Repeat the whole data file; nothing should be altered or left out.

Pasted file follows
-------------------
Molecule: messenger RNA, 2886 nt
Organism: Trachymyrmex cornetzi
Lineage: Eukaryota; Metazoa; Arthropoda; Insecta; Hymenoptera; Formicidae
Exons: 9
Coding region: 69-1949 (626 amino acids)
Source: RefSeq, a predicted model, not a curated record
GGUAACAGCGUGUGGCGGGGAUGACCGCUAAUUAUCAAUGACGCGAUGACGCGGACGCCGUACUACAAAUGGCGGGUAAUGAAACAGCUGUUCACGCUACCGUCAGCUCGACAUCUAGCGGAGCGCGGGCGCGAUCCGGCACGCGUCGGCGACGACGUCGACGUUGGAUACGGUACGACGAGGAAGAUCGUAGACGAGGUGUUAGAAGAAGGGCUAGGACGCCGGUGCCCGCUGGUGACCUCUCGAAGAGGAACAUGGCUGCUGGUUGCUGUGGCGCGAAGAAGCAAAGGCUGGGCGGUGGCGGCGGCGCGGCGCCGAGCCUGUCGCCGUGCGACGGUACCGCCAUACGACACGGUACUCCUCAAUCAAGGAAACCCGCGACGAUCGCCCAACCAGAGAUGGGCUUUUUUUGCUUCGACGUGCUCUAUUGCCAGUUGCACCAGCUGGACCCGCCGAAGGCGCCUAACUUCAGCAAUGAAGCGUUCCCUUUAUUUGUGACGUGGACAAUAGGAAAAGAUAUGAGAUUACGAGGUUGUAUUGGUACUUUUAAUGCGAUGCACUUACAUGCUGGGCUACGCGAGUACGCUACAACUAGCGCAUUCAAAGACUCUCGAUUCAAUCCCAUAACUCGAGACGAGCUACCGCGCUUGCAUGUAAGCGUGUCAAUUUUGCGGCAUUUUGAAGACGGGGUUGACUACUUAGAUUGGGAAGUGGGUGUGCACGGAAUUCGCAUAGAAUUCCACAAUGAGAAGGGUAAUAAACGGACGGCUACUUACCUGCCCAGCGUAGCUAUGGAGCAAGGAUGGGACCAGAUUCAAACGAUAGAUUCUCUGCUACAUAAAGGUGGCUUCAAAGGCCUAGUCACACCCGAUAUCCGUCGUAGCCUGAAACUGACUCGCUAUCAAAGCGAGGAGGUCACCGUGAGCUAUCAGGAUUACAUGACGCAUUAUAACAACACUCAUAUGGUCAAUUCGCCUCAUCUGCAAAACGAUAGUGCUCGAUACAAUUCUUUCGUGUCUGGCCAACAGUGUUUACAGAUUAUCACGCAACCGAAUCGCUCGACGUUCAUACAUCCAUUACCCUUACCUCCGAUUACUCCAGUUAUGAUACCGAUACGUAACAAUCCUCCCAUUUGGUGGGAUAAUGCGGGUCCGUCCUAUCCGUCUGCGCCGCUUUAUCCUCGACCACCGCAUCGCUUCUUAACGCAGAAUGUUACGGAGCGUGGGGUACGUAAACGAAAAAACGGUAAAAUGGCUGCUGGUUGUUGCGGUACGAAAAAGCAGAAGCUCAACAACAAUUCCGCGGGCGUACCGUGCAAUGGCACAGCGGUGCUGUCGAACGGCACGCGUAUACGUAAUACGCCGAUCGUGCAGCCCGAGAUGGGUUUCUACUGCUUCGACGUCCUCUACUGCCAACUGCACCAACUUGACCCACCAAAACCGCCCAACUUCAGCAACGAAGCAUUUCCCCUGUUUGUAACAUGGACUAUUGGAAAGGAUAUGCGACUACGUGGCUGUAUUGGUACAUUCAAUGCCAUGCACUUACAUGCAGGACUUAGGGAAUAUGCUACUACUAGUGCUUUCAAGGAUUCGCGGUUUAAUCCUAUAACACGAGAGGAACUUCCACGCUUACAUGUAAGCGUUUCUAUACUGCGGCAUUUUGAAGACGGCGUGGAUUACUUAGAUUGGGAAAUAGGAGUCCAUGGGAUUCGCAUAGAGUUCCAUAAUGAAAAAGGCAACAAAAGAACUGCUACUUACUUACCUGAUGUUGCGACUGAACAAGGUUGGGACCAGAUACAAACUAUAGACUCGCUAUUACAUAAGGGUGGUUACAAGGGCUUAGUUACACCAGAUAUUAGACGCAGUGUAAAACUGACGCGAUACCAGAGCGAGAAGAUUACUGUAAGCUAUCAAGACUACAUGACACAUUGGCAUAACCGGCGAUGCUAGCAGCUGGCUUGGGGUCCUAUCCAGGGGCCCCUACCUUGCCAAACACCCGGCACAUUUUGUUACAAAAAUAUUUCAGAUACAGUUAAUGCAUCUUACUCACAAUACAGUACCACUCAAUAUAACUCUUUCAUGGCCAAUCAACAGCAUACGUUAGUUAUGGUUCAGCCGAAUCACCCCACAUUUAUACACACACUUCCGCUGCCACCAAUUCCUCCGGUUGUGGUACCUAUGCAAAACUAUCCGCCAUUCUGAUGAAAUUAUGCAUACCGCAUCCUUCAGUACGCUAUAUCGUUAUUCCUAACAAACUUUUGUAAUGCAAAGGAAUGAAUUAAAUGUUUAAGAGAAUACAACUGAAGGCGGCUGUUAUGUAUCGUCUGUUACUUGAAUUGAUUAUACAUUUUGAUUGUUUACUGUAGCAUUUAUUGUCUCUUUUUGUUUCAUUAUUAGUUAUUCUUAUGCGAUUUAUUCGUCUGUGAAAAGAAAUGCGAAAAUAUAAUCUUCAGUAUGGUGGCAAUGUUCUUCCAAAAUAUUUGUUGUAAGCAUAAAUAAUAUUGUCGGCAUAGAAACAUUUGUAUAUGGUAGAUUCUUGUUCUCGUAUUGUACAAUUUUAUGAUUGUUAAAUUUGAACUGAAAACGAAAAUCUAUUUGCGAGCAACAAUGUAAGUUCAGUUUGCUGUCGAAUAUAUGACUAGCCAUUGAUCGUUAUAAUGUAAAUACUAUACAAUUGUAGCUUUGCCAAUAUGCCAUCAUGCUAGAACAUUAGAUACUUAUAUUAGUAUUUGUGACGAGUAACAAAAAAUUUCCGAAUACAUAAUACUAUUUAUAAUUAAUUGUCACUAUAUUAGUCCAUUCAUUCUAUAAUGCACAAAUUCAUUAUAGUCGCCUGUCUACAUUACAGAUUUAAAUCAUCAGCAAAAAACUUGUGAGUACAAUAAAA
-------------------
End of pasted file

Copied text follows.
Molecule: messenger RNA, 2886 nt
Organism: Trachymyrmex cornetzi
Lineage: Eukaryota; Metazoa; Arthropoda; Insecta; Hymenoptera; Formicidae
Exons: 9
Coding region: 69-1949 (626 amino acids)
Source: RefSeq, a predicted model, not a curated record
GGUAACAGCGUGUGGCGGGGAUGACCGCUAAUUAUCAAUGACGCGAUGACGCGGACGCCGUACUACAAAUGGCGGGUAAUGAAACAGCUGUUCACGCUACCGUCAGCUCGACAUCUAGCGGAGCGCGGGCGCGAUCCGGCACGCGUCGGCGACGACGUCGACGUUGGAUACGGUACGACGAGGAAGAUCGUAGACGAGGUGUUAGAAGAAGGGCUAGGACGCCGGUGCCCGCUGGUGACCUCUCGAAGAGGAACAUGGCUGCUGGUUGCUGUGGCGCGAAGAAGCAAAGGCUGGGCGGUGGCGGCGGCGCGGCGCCGAGCCUGUCGCCGUGCGACGGUACCGCCAUACGACACGGUACUCCUCAAUCAAGGAAACCCGCGACGAUCGCCCAACCAGAGAUGGGCUUUUUUUGCUUCGACGUGCUCUAUUGCCAGUUGCACCAGCUGGACCCGCCGAAGGCGCCUAACUUCAGCAAUGAAGCGUUCCCUUUAUUUGUGACGUGGACAAUAGGAAAAGAUAUGAGAUUACGAGGUUGUAUUGGUACUUUUAAUGCGAUGCACUUACAUGCUGGGCUACGCGAGUACGCUACAACUAGCGCAUUCAAAGACUCUCGAUUCAAUCCCAUAACUCGAGACGAGCUACCGCGCUUGCAUGUAAGCGUGUCAAUUUUGCGGCAUUUUGAAGACGGGGUUGACUACUUAGAUUGGGAAGUGGGUGUGCACGGAAUUCGCAUAGAAUUCCACAAUGAGAAGGGUAAUAAACGGACGGCUACUUACCUGCCCAGCGUAGCUAUGGAGCAAGGAUGGGACCAGAUUCAAACGAUAGAUUCUCUGCUACAUAAAGGUGGCUUCAAAGGCCUAGUCACACCCGAUAUCCGUCGUAGCCUGAAACUGACUCGCUAUCAAAGCGAGGAGGUCACCGUGAGCUAUCAGGAUUACAUGACGCAUUAUAACAACACUCAUAUGGUCAAUUCGCCUCAUCUGCAAAACGAUAGUGCUCGAUACAAUUCUUUCGUGUCUGGCCAACAGUGUUUACAGAUUAUCACGCAACCGAAUCGCUCGACGUUCAUACAUCCAUUACCCUUACCUCCGAUUACUCCAGUUAUGAUACCGAUACGUAACAAUCCUCCCAUUUGGUGGGAUAAUGCGGGUCCGUCCUAUCCGUCUGCGCCGCUUUAUCCUCGACCACCGCAUCGCUUCUUAACGCAGAAUGUUACGGAGCGUGGGGUACGUAAACGAAAAAACGGUAAAAUGGCUGCUGGUUGUUGCGGUACGAAAAAGCAGAAGCUCAACAACAAUUCCGCGGGCGUACCGUGCAAUGGCACAGCGGUGCUGUCGAACGGCACGCGUAUACGUAAUACGCCGAUCGUGCAGCCCGAGAUGGGUUUCUACUGCUUCGACGUCCUCUACUGCCAACUGCACCAACUUGACCCACCAAAACCGCCCAACUUCAGCAACGAAGCAUUUCCCCUGUUUGUAACAUGGACUAUUGGAAAGGAUAUGCGACUACGUGGCUGUAUUGGUACAUUCAAUGCCAUGCACUUACAUGCAGGACUUAGGGAAUAUGCUACUACUAGUGCUUUCAAGGAUUCGCGGUUUAAUCCUAUAACACGAGAGGAACUUCCACGCUUACAUGUAAGCGUUUCUAUACUGCGGCAUUUUGAAGACGGCGUGGAUUACUUAGAUUGGGAAAUAGGAGUCCAUGGGAUUCGCAUAGAGUUCCAUAAUGAAAAAGGCAACAAAAGAACUGCUACUUACUUACCUGAUGUUGCGACUGAACAAGGUUGGGACCAGAUACAAACUAUAGACUCGCUAUUACAUAAGGGUGGUUACAAGGGCUUAGUUACACCAGAUAUUAGACGCAGUGUAAAACUGACGCGAUACCAGAGCGAGAAGAUUACUGUAAGCUAUCAAGACUACAUGACACAUUGGCAUAACCGGCGAUGCUAGCAGCUGGCUUGGGGUCCUAUCCAGGGGCCCCUACCUUGCCAAACACCCGGCACAUUUUGUUACAAAAAUAUUUCAGAUACAGUUAAUGCAUCUUACUCACAAUACAGUACCACUCAAUAUAACUCUUUCAUGGCCAAUCAACAGCAUACGUUAGUUAUGGUUCAGCCGAAUCACCCCACAUUUAUACACACACUUCCGCUGCCACCAAUUCCUCCGGUUGUGGUACCUAUGCAAAACUAUCCGCCAUUCUGAUGAAAUUAUGCAUACCGCAUCCUUCAGUACGCUAUAUCGUUAUUCCUAACAAACUUUUGUAAUGCAAAGGAAUGAAUUAAAUGUUUAAGAGAAUACAACUGAAGGCGGCUGUUAUGUAUCGUCUGUUACUUGAAUUGAUUAUACAUUUUGAUUGUUUACUGUAGCAUUUAUUGUCUCUUUUUGUUUCAUUAUUAGUUAUUCUUAUGCGAUUUAUUCGUCUGUGAAAAGAAAUGCGAAAAUAUAAUCUUCAGUAUGGUGGCAAUGUUCUUCCAAAAUAUUUGUUGUAAGCAUAAAUAAUAUUGUCGGCAUAGAAACAUUUGUAUAUGGUAGAUUCUUGUUCUCGUAUUGUACAAUUUUAUGAUUGUUAAAUUUGAACUGAAAACGAAAAUCUAUUUGCGAGCAACAAUGUAAGUUCAGUUUGCUGUCGAAUAUAUGACUAGCCAUUGAUCGUUAUAAUGUAAAUACUAUACAAUUGUAGCUUUGCCAAUAUGCCAUCAUGCUAGAACAUUAGAUACUUAUAUUAGUAUUUGUGACGAGUAACAAAAAAUUUCCGAAUACAUAAUACUAUUUAUAAUUAAUUGUCACUAUAUUAGUCCAUUCAUUCUAUAAUGCACAAAUUCAUUAUAGUCGCCUGUCUACAUUACAGAUUUAAAUCAUCAGCAAAAAACUUGUGAGUACAAUAAAA